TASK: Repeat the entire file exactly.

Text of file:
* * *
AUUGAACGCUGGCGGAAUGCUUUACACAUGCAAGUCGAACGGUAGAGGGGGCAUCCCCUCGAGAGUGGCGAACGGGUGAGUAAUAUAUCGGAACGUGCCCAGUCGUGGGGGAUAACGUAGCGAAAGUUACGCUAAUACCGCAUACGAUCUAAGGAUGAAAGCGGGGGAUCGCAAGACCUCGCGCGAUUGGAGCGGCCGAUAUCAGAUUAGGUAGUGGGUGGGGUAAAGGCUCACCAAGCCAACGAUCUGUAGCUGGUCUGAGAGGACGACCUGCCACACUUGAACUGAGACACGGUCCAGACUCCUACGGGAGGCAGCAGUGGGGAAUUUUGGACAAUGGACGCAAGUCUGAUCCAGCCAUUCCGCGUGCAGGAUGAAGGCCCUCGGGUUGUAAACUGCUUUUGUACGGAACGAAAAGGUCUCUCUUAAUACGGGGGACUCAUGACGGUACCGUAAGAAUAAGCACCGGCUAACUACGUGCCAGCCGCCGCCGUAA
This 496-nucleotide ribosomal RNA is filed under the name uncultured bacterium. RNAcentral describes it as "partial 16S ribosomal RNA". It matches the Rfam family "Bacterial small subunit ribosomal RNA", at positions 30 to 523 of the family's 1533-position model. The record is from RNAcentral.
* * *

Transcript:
AUUGAACGCUGGCGGAAUGCUUUACACAUGCAAGUCGAACGGUAGAGGGGGCAUCCCCUCGAGAGUGGCGAACGGGUGAGUAAUAUAUCGGAACGUGCCCAGUCGUGGGGGAUAACGUAGCGAAAGUUACGCUAAUACCGCAUACGAUCUAAGGAUGAAAGCGGGGGAUCGCAAGACCUCGCGCGAUUGGAGCGGCCGAUAUCAGAUUAGGUAGUGGGUGGGGUAAAGGCUCACCAAGCCAACGAUCUGUAGCUGGUCUGAGAGGACGACCUGCCACACUUGAACUGAGACACGGUCCAGACUCCUACGGGAGGCAGCAGUGGGGAAUUUUGGACAAUGGACGCAAGUCUGAUCCAGCCAUUCCGCGUGCAGGAUGAAGGCCCUCGGGUUGUAAACUGCUUUUGUACGGAACGAAAAGGUCUCUCUUAAUACGGGGGACUCAUGACGGUACCGUAAGAAUAAGCACCGGCUAACUACGUGCCAGCCGCCGCCGUAA
This 496-nucleotide ribosomal RNA is filed under the name uncultured bacterium. RNAcentral describes it as "partial 16S ribosomal RNA". It matches the Rfam family "Bacterial small subunit ribosomal RNA", at positions 30 to 523 of the family's 1533-position model. The record is from RNAcentral.